Writing for Saudi Gazette/Okaz, Adnan Al-Shabrawi offers an explanation of flogging as a punishment handed down by courts in Saudi Arabia. He argues that it is a just punishment that is applied according to strict regulation and is fully authorized by Islam.

Flogging: A just form of punishment
Adnan Al-Shabrawi | Okaz/Saudi Gazette

JEDDAH – As per the Saudi legal system which is based on Shariah law, acceptable punishments given by local courts to convicts include flogging sentences.

Lashes are commonly combined with imprisonment and are inflicted over a set period in a public place. There are also rare cases in which women convicts are sentenced to flogging. When this happens, the international media unleashes a malicious campaign against the Kingdom.

Detractors lambast this as a cruel form of punishment that involves physical and psychological torture.

Okaz/Saudi Gazette examined the real nature of this punishment and what rules and regulations are observed while carrying out flogging .


January:10:2013 - 08:52 | Comments & Trackbacks (3) | Permalink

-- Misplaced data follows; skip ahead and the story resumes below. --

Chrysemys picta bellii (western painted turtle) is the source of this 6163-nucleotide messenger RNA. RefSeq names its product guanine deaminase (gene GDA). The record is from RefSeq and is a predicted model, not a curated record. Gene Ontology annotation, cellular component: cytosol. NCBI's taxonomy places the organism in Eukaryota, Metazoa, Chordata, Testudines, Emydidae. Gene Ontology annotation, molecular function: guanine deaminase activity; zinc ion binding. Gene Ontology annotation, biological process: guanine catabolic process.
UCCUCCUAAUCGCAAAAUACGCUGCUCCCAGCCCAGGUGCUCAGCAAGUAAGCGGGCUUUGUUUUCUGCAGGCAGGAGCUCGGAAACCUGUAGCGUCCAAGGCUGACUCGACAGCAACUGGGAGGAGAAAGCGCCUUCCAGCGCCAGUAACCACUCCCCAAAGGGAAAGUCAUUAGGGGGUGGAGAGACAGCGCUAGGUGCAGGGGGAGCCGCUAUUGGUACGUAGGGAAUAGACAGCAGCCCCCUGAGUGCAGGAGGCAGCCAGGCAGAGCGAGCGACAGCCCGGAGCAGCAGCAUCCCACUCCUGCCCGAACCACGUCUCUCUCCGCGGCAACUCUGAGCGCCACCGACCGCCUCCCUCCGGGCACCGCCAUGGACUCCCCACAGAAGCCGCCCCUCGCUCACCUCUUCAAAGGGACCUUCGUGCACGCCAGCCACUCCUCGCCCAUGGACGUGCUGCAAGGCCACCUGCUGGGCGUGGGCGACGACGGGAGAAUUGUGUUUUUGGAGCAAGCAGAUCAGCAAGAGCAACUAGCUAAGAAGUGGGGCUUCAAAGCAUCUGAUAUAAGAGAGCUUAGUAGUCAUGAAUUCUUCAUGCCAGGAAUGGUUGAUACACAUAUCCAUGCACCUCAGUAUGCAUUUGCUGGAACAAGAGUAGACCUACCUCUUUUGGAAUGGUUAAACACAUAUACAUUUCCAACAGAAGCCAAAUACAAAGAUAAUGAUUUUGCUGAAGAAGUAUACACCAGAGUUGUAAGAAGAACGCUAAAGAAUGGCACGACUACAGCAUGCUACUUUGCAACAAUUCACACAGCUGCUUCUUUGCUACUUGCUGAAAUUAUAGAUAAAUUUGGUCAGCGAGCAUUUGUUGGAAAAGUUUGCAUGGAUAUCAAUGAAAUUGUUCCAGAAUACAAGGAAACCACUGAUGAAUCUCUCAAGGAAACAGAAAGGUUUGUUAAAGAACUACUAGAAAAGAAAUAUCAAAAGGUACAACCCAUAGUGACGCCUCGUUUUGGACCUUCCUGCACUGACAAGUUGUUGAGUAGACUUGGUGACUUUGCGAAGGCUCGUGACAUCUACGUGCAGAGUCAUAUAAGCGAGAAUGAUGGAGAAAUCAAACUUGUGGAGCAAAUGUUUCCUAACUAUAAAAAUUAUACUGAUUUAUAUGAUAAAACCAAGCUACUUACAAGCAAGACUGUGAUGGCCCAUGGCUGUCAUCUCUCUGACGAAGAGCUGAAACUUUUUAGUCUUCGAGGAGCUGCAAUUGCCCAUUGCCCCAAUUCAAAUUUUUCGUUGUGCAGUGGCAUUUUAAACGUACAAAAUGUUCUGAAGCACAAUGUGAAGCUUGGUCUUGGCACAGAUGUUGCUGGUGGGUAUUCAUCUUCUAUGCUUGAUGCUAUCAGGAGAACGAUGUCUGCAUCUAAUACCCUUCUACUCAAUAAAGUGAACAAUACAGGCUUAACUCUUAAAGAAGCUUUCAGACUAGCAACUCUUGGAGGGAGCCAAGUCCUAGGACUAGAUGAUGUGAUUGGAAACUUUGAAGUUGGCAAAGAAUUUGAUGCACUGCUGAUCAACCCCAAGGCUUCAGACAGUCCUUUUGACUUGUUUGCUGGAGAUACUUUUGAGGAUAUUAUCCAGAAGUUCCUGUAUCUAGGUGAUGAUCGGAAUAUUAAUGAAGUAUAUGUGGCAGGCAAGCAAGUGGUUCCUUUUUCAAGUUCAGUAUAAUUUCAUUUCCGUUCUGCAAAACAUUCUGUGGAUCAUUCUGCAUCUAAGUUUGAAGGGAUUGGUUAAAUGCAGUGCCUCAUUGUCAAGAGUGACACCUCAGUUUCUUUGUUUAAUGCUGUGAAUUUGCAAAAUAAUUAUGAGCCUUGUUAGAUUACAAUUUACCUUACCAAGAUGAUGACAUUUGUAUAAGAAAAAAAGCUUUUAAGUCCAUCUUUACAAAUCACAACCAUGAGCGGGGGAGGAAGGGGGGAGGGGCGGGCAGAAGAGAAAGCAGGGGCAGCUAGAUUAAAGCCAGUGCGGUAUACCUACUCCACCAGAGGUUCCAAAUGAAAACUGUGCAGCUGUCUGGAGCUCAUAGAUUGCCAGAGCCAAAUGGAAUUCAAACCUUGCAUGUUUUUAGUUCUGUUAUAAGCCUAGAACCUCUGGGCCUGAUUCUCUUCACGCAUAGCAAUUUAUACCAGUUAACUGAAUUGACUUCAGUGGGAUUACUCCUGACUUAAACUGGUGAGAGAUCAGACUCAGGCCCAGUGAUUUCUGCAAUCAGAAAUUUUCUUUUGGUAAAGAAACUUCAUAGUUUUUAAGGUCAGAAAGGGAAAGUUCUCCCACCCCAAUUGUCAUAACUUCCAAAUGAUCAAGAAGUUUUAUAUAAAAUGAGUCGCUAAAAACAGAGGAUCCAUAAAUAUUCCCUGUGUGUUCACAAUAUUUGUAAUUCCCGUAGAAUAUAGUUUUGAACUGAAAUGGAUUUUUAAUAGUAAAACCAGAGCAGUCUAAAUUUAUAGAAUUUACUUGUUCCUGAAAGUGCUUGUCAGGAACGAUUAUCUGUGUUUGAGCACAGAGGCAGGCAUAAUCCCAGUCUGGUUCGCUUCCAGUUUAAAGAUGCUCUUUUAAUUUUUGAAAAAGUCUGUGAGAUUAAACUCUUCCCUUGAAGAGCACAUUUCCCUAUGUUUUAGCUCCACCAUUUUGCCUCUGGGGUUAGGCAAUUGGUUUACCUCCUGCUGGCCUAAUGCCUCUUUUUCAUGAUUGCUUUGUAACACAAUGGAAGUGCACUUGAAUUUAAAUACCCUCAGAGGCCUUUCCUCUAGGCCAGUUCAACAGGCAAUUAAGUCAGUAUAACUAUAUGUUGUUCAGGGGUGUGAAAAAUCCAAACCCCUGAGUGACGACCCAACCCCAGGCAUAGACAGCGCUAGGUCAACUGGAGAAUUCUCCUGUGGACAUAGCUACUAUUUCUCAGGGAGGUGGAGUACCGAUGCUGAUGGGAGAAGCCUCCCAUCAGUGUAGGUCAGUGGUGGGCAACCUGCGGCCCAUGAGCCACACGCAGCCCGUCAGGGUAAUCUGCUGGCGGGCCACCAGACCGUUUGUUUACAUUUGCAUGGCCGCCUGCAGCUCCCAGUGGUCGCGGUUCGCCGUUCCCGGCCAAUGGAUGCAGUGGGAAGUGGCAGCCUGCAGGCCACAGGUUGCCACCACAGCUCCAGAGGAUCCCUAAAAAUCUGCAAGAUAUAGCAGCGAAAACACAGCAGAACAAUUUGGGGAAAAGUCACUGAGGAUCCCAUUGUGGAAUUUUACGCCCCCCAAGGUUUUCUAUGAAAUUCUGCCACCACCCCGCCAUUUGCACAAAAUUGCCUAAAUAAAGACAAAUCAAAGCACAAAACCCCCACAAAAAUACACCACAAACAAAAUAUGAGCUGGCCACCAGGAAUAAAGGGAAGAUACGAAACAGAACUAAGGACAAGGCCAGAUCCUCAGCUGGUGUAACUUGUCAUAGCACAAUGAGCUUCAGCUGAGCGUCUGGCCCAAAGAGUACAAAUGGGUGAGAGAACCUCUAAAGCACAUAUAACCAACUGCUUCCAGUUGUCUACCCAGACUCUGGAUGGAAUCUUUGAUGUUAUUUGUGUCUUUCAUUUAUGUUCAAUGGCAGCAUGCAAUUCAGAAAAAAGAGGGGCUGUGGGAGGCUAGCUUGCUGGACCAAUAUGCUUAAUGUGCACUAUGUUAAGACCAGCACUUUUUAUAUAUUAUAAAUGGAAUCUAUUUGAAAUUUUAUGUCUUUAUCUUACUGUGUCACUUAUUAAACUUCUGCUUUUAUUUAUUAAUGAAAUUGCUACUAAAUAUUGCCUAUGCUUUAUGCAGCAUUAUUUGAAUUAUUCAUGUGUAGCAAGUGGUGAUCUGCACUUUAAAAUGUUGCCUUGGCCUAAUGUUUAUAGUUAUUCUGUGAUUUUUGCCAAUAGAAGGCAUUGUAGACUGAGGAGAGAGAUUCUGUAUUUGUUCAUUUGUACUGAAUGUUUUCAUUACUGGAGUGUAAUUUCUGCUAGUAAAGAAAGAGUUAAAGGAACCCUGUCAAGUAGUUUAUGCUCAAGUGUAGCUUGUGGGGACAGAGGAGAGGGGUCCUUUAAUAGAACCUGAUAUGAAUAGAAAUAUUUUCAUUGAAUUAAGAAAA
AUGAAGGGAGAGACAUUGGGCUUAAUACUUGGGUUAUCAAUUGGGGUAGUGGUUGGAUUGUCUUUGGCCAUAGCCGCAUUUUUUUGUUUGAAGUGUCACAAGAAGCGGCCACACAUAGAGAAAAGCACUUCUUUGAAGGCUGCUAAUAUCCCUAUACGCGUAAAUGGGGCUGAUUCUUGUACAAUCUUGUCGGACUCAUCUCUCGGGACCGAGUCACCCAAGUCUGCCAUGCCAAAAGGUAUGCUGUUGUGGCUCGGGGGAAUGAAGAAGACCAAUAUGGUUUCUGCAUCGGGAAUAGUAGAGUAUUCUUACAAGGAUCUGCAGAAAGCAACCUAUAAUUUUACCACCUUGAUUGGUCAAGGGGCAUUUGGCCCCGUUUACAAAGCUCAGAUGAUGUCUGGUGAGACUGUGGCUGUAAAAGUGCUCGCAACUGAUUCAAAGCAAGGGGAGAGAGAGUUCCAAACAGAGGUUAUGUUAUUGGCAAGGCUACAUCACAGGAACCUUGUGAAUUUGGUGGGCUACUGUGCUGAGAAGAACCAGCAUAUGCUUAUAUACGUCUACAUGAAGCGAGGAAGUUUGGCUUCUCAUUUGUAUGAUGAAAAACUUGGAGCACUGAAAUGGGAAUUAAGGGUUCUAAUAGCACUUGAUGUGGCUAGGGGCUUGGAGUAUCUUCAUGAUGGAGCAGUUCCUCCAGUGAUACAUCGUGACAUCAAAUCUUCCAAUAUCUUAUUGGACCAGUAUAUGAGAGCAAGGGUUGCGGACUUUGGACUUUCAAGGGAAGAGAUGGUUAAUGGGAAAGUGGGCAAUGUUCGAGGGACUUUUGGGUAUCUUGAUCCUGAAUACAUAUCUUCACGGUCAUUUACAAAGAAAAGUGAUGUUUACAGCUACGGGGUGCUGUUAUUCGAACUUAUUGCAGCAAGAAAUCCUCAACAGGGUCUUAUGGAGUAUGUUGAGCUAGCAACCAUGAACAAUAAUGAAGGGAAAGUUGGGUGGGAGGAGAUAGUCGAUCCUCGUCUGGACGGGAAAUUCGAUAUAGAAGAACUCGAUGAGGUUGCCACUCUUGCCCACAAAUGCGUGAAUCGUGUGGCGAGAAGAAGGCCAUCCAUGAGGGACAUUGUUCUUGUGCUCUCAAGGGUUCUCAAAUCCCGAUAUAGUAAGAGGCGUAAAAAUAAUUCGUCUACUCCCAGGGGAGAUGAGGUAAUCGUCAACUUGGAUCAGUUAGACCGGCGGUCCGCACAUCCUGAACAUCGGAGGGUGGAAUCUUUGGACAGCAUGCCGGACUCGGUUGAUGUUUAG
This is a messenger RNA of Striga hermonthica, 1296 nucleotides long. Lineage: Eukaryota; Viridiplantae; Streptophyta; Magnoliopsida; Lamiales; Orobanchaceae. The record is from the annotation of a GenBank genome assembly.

3 Responses to “Whip It”
  1. 1
    Jerry M Said:
    January:10:2013 - 11:44 

    “Detractors lambast this as a cruel form of punishment that involves physical and psychological torture.”

    It isn’t torture in the normal sense, since it isn’t done to make the convict confess.

    “In the Shariah, flogging is considered as an exemplary punishment and it has little to do with inflicting any physical harm.”

    Depending on the severity though it can cause permanent physical damage, and it can kill the convict if severe enough.

  2. 2
    Chris Said:
    January:12:2013 - 02:04 

    If the law is followed then the flogging cannot be that sever. The problem arises when the flogger doesn’t follow the law or has been trained how to keep the book in place whilst applying a lot of force. The lash is too often replaced by a nasty leather whip in islamic countries equivalent to a cat o’ nine tails, this is un-islamic but this doesn’t stop the Saudis from doing it.

    Personally, I see little wrong with it and it is preferable to being locked in gaol, especially if you are an ex-pat in a Saudi jail.

  3. 3
    Solomon2 Said:
    January:15:2013 - 13:56 

    “The problem arises when the flogger doesn’t follow the law or has been trained how to keep the book in place whilst applying a lot of force. ”

    Probably the best reason not to inflict physical punishment is that it inspires uncivilized cruelty in the minds of the people carrying out and witnessing it. That’s why we don’t do public executions in America anymore.

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